Thousands of Creepy Spider Crabs Have Invaded a Popular Beach in England
Their carcasses remain floating on the sea floor and it’s giving people the creeps.
One of Cornwall’s most well-known tourist spots has become overrun by a massive swarm of spider crabs, which has led to the closure of the popular attraction.
The invasion of crustaceans that assembled in the seabed of Porthgwidden Beach in St. Ives has been documented in numerous videos and photographs going viral on social media.
As part of the species’ annual migration cycle to seek out warmer waters, the crabs come to shed their shells before returning to their breeding grounds. This occurs as part of the annual migration pattern.
When crabs shed their exoskeletons, they do so through the back of their shells, leaving behind the entire exterior, complete with legs and eye stalks, which might give the impression that the crab is still whole.
When asked about the phenomenon, a snorkeler who dove down to have a better look at it commented that she had never seen spider crabs gather in such large numbers before.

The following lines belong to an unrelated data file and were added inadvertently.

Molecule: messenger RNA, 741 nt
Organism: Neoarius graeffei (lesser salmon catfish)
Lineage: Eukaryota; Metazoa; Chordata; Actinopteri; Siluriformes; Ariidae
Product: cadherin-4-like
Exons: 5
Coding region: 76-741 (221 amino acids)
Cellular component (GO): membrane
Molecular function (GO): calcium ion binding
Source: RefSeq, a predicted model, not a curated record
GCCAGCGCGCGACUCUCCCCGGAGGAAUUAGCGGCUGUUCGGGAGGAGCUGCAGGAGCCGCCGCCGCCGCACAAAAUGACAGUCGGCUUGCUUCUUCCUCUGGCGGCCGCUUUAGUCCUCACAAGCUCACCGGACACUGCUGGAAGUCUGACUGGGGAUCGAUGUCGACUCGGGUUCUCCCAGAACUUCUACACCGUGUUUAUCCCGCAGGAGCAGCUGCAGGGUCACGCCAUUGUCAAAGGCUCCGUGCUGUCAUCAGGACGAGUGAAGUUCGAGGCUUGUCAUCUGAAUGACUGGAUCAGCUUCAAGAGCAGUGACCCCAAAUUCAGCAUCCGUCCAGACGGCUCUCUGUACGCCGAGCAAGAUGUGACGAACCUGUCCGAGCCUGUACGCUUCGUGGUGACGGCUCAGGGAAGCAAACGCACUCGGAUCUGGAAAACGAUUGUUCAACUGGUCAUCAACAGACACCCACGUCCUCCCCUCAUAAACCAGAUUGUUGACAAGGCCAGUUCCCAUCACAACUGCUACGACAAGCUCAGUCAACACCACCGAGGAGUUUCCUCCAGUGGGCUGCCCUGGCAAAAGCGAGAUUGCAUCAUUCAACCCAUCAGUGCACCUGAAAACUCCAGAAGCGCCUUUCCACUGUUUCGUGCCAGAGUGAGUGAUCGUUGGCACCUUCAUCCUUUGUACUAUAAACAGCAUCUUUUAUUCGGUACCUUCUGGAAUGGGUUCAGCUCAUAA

“I go snorkeling most of the time throughout the year, but I have never seen spider crabs in such numbers,” said Kate Lowe, a marine photographer who snorkels at Porthgwidden throughout every year.
“When we turned up at the beach, it looked as though there were lots of dark rocks under the surface. But it turned out that there were thousands of crabs just two or three steps into the water.”
She continued: “It was just really incredible. They were only knee-deep. I was able to float on the water above them and tried not to step on them.”
“A lot of the tourists were squealing at the sight of them.”
Poisonous Spider Crabs?
The bite of the spider crabs is poisonous, and it is capable of killing their natural enemies; however, it does not hurt humans. Still, many media reports referred to the spider crabs as “poisonous spider crabs,” which some people found to be misleading.
Even though there has been a significant increase in the number of spider crabs living in British seas, there is not much of a market in the UK for spider crab meat, despite the fact that other nations in Europe, such as Spain and France, consider it to be a delicacy.
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